Australian Herald correspondent Paul McGeough writing on The Age website:
To better understand the geopolitical dynamic of upheaval in the remote central Asian republic of Kyrgyzstan, it is instructive to look to Georgia, 2500 kilometres and five national borders to the west.
Both are former Soviet satellites. In the face of clumsy efforts by their leaders to tango with the West, the Kremlin is increasingly agitated by a new American presence on a sprawling dance floor it considered its own.
As the bullet-riddled bodies of protesters were collected from the streets of Bishkek last week and the President, Kurmanbek Bakiyev, fled the capital, the Russian Prime Minister, Vladimir Putin, was pure pantomime: ”Neither Russia, nor your humble servant, nor Russian officials have any links whatsoever to these events.”
That reading does not describe recent events accurately.
Nikolai Petrov of the Carnegie Center, writing in the Moscow Times:
On April 9, Prime Minister Vladimir Putin spoke in Novosibirsk at the first of eight planned United Russia conferences in the regions. This might have marked the beginning of the party’s campaign for the State Duma elections in 2011, as well as the start of Putin’s own bid for the 2012 presidential race. Putin devoted his talk to the development of a strategy for the social and economic development of every region of Russia.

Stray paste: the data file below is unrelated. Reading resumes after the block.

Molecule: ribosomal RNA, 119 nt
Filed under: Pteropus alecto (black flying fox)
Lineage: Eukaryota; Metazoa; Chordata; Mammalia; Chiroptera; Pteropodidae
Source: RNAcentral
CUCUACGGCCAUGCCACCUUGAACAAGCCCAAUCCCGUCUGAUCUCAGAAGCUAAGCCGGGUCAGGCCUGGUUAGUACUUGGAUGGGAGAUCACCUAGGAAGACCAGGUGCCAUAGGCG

Putin’s plan for the regions is neither an analysis of their problems nor a proposal for solving them. On the contrary, Putin generally avoids referring to specific problems, and even when he does mention them he prefers to talk about outdated problems from the Soviet era.
Putin’s new “strategic plan” is an attempt to avoid the pitfalls of “Strategy 2020,” a vague and often utopian plan that was reminiscent of former Soviet leader Nikita Khrushchev’s five-year and 10-year plans. Unfortunately, the differences between all of these plans are hard to discern.
The new plan lacks a common logic, and several parts come off as nothing more than empty rhetoric. According to Putin’s approach, regional development should be based on the following principles:
The Moscow Times reports:
Russian rap has shown its social conscience in recent weeks, highlighting how local performers are willing to deal with local problems rather than parade the babes and in-your-face oligarchic bling of the likes of Timati.
Following from rapper Noize MC’s song “Mercedes 666,” (see video embedded below) which damned LUKoil vice president Anatoly Barkov to hell after he was involved in a car crash that left two women dead, there comes Dino MC 47’s “Song About Explosions in the Metro,” which criticizes government elite for hypocrisy over the two bombings that killed 40 people late last month.
“Arrogant, overfed faces, with blue lights and security / telling us fr om TV that we won’t be threatened / their kids are in London and their money in the Caymans / what are we supposed to do? Wh ere do we hide?” Dino raps.